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Workspace & headspace: why ditching your desk can improve creativity & productivity

In this part in his series on the top five challenges facing employees today, The Team’s employee engagement expert, Cliff Ettridge, says desks are boxing in creativity. Workspaces should be designed around collaboration, not bums on seats.

 The desk is dying out. If we want flexibility in our work and our thinking, we need to let go of our nesting instincts. If we’re to collaborate more, we need to step out from behind the desk.

There is a business imperative as well. It’s estimated that just 40 per cent of employees in offices are based at their desks. This means that other employees are nomadic. And yet, businesses are still providing desk space for many of these nomads. Why? Is the desk even the best place to do their work? What about coffee shops; breakout areas; and co-working spaces?

There’s been a rise in spaces where you can work away from work. Places like Platf9rm in Brighton; Impact Hub and Second Home have created some extraordinary spaces where creative connections can happen naturally.

Deloitte are now creating spaces where employees can benefit from more serendipitous connections and where clients can work in a more cheek-by-jowl fashion. These environments don’t just extend to the offices of management consultants. The more work environments encourage connections between employees, the more sales and productivity increases as ideas are shared. The Norwegian company Telenor discovered that when a salesperson increased interactions with co-workers on other teams by 10 per cent, their sales grew by the same amount.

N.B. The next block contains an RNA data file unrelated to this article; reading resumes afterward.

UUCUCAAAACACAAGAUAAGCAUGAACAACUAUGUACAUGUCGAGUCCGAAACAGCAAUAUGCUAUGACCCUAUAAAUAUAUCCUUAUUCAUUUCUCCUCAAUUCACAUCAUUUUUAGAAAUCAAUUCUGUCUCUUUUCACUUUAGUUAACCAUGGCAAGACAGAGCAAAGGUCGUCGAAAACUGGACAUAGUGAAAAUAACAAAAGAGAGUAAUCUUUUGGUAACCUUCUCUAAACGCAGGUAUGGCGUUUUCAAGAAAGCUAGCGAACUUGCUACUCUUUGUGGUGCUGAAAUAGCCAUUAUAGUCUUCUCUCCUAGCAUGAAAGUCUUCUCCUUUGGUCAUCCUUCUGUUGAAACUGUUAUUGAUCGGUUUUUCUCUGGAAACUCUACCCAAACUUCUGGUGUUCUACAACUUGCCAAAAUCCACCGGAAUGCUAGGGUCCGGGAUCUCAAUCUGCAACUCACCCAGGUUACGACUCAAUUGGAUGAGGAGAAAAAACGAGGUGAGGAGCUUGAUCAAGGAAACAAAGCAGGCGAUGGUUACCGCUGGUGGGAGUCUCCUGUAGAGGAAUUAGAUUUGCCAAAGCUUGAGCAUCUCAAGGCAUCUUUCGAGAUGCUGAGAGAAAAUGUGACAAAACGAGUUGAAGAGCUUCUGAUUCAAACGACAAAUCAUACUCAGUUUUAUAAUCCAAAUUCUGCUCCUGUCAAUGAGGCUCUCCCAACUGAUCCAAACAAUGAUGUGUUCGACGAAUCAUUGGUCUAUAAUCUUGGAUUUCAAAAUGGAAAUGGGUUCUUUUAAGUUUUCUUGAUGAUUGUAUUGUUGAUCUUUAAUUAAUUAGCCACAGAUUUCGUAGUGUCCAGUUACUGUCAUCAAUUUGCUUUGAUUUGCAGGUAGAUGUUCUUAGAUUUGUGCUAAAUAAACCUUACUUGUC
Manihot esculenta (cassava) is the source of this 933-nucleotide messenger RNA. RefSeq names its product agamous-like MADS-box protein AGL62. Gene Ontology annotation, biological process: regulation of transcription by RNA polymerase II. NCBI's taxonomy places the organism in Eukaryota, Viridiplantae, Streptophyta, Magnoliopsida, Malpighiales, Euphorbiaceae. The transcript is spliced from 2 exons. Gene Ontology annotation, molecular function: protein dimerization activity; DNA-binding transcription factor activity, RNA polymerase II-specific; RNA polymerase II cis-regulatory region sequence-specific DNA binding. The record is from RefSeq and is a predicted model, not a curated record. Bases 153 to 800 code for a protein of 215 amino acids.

Creating spaces need not be about office furniture. It’s also about creating the space for people to think about the work they do and how they do it.

Much has been said about Larry Page and Sergey Brin’s ’20 per cent’ idea: “We encourage our employees, in addition to their regular projects, to spend 20 per cent of their time working on what they think will most benefit Google. This empowers them to be more creative and innovative. Many of our significant advances have happened in this manner.” This policy has subsequently been scaled back, some say abandoned. Here’s why.

Innovation happens within projects and within the working day, not necessarily within some predetermined time for innovation. Great ideas flourish when you create space and permission for employees to experiment on the job.

It’s leadership behaviours that allow innovation to emerge. Leadership is more than management; it’s about nurturing, encouraging, inspiring and giving employees permission to explore.

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